June 21, 2013

What That Voice Is Trying to Tell You & Why You Should Listen.

Photo: Patrick Dinkfeld. Model Kathryn Eli

 Week 10: Share My Path Series.

Within each of us is a voice; sometimes we choose to listen to it and other times we pretend it’s just another reverberation of the cacophony of life. I know, for me, ignoring it just makes the voice more creative in its ways of getting my attention.

For Dusty Ranft, it sent her exploring deeper into the woods of what would be her new path. And, as you’ll read below, lead her where she needed to go, reminding us all, again(!), that when the voice speaks we really should pay attention.

I’d spent the last eight years taking care of critically ill premature babies and was burnt out, fried and exhausted. I knew I needed to move on. 

The job had called me; it was a calling. And I had served that calling with every ounce of my being. I gave it all: heart, sweat, tears and soul. Over time this calling became my career and honestly, all I knew. It was what I did, and I was damn good at it. But I was not happy.

Something had shifted inside. A new calling was emerging.

At the same time my yoga teaching was turning stale. My own practice suffered and was many times non-existent. I prayed, cried, slept, ate, contemplated taking the LSAT (oh sweet resistance)—you name it. I tried it all to figure out what I was supposed to do next. 

I needed to get real. This was a desire that surfaced from the depths of my being. It was, at times, a small quiet whisper; other times my ears rung from the shrill screeching of my spirit begging me to listen.

I chose to listen and that has made all the difference. 

~ Dusty’s written response to one of my follow-up questions

Dusty’s first formal experience with meditation came about during her advanced yoga teacher training. “It was such a struggle’” she told me. “I resisted with fierce determination and trickery.”

This battle with herself, a healthy occurrence, came as a surprise. She’d always wanted to learn or “be guided.” But here she sat “excited and intimidated.” As the bell rang, signaling the start of a 20 minute session, her mind spun.

“I thought way too hard about what I was supposed to be feeling,” she told me, “and found myself unable to stop listening to the shuffling of the person to my side. I was perpetually distracted.”

“I longed to sit in silence, a slight smirk upon my lips, feeling what I wasn’t sure, but everyone else seemed to be doing it, feeling it. Or were they? Were they struggling? Were their legs numb too?”

It was the advice of another student which finally made it all click.

Think about a cat that lurks around the house: sly and sneaky. The more you chase the cat trying to pet it, trying to hold it in your arms and cuddle it, the more the cat will avoid you. But, try sitting quietly; ignore the cat. You will find that the cat will come to you, brush up against your leg, purring, and asking to be held.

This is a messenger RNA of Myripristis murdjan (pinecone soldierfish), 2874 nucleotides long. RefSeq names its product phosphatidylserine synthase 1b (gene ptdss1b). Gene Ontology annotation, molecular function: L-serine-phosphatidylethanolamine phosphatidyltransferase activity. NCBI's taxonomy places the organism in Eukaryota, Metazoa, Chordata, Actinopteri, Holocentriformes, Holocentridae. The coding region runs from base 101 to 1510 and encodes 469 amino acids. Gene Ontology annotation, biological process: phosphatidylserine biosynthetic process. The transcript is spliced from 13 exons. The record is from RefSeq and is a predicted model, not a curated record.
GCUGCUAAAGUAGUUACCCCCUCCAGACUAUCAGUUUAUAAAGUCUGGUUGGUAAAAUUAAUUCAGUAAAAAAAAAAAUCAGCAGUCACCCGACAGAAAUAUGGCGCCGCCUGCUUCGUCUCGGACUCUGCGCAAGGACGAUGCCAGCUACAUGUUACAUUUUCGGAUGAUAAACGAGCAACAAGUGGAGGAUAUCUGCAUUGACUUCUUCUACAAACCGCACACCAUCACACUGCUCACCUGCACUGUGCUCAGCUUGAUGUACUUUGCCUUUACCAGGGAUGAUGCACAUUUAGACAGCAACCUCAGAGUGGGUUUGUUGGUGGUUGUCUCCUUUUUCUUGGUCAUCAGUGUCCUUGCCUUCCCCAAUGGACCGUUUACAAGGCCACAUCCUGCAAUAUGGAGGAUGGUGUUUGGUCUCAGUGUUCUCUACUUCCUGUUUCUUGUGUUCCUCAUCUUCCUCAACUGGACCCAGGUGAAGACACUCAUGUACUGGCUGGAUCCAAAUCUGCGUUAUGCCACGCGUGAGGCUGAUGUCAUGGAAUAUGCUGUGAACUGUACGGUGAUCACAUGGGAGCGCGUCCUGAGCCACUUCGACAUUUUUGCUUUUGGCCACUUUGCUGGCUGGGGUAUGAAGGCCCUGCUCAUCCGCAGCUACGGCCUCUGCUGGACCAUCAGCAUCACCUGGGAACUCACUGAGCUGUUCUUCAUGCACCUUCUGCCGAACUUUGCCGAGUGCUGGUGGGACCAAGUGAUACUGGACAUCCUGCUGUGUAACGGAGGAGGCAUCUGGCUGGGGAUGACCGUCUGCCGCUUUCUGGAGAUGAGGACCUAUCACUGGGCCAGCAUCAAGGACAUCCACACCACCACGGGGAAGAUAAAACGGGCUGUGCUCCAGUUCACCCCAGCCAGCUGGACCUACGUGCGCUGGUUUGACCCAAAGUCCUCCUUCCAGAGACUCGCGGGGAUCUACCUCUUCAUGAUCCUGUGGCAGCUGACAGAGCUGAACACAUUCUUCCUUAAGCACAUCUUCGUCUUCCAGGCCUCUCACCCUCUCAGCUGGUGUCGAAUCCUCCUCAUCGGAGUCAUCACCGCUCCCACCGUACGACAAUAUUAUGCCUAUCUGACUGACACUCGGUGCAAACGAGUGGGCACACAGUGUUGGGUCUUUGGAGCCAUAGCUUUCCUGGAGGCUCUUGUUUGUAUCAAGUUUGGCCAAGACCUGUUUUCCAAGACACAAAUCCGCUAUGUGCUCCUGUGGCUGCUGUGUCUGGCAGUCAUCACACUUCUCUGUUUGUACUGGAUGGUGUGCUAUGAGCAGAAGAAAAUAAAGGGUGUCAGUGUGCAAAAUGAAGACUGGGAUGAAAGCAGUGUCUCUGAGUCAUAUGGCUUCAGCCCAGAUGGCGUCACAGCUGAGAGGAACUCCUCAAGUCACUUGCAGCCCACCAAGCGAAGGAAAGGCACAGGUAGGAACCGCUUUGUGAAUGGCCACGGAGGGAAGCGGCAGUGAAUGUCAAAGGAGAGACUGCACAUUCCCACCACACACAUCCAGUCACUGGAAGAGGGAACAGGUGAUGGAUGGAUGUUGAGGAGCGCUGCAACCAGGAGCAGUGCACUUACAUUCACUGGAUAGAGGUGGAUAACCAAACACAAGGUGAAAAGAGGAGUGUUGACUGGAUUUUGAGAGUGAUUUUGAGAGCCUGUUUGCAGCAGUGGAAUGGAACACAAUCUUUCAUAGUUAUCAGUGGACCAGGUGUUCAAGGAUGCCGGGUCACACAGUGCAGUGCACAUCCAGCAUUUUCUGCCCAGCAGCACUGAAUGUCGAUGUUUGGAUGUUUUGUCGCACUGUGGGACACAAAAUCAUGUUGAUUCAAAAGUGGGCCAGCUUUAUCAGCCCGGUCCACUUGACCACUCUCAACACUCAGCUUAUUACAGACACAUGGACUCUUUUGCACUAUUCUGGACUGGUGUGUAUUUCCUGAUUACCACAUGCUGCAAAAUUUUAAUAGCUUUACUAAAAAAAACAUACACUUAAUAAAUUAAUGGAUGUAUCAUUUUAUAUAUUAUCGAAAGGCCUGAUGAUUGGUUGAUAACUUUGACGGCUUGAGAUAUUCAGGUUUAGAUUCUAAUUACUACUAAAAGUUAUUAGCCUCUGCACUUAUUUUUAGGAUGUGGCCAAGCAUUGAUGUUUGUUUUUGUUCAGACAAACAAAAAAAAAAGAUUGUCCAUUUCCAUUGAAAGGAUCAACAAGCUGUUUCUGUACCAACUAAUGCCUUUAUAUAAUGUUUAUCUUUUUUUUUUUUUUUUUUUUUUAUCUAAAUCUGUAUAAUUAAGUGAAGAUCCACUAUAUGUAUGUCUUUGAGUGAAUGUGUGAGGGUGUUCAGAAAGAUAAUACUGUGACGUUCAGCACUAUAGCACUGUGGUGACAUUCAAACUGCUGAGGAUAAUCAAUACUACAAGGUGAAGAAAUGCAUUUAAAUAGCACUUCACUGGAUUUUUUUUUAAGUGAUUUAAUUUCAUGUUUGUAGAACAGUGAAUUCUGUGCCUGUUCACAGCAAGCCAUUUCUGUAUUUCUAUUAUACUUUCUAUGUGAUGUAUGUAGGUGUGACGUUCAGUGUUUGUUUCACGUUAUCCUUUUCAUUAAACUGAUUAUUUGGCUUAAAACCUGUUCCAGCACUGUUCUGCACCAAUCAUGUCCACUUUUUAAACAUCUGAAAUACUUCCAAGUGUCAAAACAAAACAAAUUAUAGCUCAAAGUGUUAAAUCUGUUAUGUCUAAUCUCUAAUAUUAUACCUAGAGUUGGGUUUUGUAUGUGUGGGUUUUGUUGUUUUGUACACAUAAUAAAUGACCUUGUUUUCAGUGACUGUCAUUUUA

“I just had to give up the struggle,” Dusty said. “Realize there was nothing I needed to feel.”

I’m sure we all  relate.

Moving forward we delved into Dusty’s practice as it has progressed. “It’s been a struggle,” she admits with honesty.

“I resisted sitting more than anything else I’d ever started. But in two years—filled with much not sitting—I’ve come to a practice I can call my own”

Dusty had to make a space, “carve out” an area for practice. And set a time that she “usually” sits. Forming this habit has allowed her to commit with less of the struggle.

Still, she’s not hard on herself. “If I miss a sit, I recognize it and just try and understand what it is that stops me; this can be so subtle and tricky.”

“You have to be kind to yourself,” she tells me, “both in life and meditation. The tendency is to judge yourself, but please don’t.”

That is great advice Dusty!

Working through the struggles, the questions, and the changes that life inevitably tosses our way, Dusty has found much benefit to her continued practice.

Buried in each of us are emotions we’d rather not recognize. Through her practice, Dusty has released these “transient flowing energetic waves of negativity.”

“I just feel more awake,” she tells me. “The voices in my head were loud and annoying. But we have a better understanding now: I’m nicer to them and in return they try and keep quiet.”

“Acceptance” is the lesson. In Dusty’s practice she’s learned, and wishes to share with all the Share My Path readers, that “it is what it is, so just let it go.”



Share My Path would love to feature your path! e-mail me.

Share My Path is an archival experiment seeking to build a repository of the paths taken by practitioners of meditation and is hosted here at elephant journal. If you’d like to have your path featured and made part of the archive please e-mail or find me here for more information. Your time will be rewarded in knowing you’ve shared with others and perhaps helped someone find their path.

Last weeks installment of Share My Path: The Ego as Passenger instead of Driver.

A list of all previous weeks: Share My Path


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Ed: Brianna Bemel

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